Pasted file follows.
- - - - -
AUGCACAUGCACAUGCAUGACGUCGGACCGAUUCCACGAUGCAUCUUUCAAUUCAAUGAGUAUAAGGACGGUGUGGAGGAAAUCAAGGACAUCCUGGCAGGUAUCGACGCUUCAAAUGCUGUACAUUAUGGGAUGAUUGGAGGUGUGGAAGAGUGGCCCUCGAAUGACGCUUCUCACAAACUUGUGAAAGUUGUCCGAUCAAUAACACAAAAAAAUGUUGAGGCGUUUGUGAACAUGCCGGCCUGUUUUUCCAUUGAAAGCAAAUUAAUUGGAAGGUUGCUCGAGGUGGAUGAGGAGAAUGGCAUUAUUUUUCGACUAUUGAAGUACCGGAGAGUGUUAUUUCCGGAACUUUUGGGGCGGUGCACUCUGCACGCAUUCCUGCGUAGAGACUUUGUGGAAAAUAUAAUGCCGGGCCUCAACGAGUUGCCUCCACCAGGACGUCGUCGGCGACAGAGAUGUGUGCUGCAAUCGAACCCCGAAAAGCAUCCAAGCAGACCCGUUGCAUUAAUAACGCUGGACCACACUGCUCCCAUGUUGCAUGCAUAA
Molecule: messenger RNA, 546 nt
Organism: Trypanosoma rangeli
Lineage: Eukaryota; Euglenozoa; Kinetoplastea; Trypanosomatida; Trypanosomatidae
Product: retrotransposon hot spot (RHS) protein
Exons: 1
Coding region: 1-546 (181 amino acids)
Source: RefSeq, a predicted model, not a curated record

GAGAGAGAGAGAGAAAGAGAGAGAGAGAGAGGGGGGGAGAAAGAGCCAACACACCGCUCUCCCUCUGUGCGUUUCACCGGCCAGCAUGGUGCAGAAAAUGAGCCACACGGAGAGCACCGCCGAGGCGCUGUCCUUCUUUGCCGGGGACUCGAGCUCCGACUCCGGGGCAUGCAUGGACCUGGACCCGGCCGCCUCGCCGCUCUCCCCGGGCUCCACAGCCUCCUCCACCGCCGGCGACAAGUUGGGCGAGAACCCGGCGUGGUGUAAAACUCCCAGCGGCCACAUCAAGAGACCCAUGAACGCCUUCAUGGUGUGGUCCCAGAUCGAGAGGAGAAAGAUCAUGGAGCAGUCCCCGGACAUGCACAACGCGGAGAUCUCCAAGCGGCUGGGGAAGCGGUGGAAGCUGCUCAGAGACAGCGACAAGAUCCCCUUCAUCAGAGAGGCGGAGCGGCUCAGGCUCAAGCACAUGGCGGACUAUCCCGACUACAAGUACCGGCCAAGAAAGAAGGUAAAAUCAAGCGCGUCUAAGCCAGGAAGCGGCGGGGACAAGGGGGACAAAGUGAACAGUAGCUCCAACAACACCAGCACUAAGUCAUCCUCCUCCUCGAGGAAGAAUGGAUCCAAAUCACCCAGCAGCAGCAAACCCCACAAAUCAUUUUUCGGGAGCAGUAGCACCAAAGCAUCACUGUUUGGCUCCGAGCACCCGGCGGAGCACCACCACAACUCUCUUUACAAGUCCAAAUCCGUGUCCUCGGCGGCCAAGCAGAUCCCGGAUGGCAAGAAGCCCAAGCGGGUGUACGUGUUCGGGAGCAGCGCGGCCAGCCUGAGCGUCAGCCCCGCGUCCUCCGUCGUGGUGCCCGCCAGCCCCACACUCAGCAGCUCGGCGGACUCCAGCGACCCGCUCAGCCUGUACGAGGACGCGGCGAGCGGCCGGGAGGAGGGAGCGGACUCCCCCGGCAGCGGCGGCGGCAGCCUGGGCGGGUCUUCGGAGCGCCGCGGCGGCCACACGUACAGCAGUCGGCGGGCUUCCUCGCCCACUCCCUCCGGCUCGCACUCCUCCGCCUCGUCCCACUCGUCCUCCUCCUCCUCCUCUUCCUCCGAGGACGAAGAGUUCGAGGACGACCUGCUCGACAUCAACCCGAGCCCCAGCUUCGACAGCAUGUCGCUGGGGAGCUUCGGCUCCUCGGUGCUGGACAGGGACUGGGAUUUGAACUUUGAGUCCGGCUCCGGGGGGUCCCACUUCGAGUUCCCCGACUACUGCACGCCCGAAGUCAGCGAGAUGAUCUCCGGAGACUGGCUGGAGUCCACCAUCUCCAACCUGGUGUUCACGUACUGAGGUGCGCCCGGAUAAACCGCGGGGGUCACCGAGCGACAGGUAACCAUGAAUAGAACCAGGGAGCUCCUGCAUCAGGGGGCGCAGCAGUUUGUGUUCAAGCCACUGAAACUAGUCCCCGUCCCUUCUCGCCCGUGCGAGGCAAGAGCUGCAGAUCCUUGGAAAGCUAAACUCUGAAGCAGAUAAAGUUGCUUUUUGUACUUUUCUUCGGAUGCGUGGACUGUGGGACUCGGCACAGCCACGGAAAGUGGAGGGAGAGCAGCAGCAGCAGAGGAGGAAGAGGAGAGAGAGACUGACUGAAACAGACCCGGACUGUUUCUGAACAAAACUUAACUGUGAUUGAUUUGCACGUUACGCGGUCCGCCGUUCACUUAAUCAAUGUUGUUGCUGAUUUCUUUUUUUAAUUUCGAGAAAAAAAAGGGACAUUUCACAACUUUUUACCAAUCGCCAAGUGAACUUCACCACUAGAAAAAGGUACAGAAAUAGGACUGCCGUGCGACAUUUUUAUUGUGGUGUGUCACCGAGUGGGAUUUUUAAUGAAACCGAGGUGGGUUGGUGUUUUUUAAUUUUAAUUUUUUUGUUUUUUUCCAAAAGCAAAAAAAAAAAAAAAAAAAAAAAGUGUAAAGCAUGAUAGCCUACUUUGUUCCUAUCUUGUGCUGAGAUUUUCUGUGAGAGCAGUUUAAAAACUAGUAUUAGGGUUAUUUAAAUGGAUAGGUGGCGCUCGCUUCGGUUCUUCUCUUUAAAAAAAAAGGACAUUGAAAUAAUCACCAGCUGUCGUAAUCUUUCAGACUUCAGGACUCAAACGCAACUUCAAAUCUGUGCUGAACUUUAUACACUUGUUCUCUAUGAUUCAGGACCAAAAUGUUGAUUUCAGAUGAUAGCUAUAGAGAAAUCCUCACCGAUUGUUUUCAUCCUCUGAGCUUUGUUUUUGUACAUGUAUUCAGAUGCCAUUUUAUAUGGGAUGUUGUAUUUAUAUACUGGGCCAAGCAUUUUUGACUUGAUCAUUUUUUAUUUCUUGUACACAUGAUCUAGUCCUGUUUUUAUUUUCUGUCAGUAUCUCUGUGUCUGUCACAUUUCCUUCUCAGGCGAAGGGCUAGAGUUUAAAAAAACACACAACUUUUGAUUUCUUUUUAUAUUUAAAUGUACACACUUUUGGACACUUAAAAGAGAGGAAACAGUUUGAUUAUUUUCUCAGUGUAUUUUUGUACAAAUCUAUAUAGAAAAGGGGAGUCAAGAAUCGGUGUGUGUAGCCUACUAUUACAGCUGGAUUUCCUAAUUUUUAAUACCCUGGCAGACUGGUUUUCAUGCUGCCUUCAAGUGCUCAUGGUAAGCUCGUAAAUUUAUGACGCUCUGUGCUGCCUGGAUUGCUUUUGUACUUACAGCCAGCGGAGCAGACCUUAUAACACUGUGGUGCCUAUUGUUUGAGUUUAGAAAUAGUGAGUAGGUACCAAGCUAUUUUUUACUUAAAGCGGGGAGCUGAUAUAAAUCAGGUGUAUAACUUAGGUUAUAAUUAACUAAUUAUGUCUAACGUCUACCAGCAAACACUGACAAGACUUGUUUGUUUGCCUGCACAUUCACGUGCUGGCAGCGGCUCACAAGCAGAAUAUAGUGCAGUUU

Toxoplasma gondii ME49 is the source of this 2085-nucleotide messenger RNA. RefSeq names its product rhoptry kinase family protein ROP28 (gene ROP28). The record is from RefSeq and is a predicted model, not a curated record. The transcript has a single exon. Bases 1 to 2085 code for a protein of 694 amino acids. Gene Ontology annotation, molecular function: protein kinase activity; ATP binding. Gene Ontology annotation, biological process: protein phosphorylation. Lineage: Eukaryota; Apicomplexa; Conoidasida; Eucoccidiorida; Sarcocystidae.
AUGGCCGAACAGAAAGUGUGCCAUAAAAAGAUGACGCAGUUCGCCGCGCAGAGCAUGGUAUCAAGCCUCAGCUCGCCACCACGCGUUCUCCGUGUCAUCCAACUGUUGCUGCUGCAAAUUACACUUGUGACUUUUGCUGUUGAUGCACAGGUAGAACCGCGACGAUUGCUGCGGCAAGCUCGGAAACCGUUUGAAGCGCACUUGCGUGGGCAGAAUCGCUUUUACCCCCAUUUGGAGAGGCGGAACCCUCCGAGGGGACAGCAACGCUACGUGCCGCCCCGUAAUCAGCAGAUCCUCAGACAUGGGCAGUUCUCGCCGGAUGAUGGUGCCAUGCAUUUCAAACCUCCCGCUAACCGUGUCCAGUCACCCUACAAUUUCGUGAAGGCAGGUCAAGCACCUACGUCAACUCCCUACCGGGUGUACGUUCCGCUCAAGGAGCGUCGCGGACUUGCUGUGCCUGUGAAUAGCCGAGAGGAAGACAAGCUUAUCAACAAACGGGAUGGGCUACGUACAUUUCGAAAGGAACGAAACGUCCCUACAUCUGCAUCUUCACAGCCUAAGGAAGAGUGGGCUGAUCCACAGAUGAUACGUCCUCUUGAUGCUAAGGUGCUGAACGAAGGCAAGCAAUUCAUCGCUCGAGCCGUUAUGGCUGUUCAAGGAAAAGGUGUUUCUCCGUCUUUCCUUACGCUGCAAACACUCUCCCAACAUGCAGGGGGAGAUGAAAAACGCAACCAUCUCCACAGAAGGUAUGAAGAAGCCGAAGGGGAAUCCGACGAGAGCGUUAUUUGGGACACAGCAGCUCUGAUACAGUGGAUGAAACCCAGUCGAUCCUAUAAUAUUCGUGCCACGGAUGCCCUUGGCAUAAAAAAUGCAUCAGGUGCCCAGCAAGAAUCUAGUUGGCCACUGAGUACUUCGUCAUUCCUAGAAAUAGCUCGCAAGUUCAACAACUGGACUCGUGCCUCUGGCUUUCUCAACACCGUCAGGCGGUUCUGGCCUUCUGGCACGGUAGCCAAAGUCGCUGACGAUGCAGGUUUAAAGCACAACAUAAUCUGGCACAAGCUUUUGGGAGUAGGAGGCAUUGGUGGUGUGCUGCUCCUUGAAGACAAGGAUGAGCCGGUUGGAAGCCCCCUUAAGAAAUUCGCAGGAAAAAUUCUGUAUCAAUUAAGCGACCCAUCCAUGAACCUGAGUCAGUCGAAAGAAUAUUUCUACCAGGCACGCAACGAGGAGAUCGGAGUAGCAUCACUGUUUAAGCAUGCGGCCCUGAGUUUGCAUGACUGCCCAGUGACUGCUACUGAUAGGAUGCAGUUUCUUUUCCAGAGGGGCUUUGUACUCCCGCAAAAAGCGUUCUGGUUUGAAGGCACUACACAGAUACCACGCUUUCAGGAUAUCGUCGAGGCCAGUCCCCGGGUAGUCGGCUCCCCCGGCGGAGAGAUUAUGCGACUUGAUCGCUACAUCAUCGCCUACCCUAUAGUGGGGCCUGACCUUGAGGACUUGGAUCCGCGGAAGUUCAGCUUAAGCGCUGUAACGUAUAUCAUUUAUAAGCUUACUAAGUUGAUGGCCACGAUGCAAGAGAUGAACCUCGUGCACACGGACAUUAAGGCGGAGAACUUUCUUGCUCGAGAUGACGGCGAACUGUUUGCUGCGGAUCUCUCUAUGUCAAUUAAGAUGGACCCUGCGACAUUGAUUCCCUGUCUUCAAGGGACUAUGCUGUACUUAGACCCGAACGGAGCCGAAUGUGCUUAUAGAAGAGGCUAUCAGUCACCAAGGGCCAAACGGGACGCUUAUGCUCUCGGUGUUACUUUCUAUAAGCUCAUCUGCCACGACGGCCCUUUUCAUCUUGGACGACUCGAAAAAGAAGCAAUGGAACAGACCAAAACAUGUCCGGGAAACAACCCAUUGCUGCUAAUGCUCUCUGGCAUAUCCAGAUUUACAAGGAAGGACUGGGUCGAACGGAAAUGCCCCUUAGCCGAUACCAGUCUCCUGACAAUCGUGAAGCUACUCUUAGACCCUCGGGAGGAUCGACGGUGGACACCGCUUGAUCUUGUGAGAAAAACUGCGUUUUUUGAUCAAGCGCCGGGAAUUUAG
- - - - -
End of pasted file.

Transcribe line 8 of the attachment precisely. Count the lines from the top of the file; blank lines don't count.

Source: RefSeq, a predicted model, not a curated record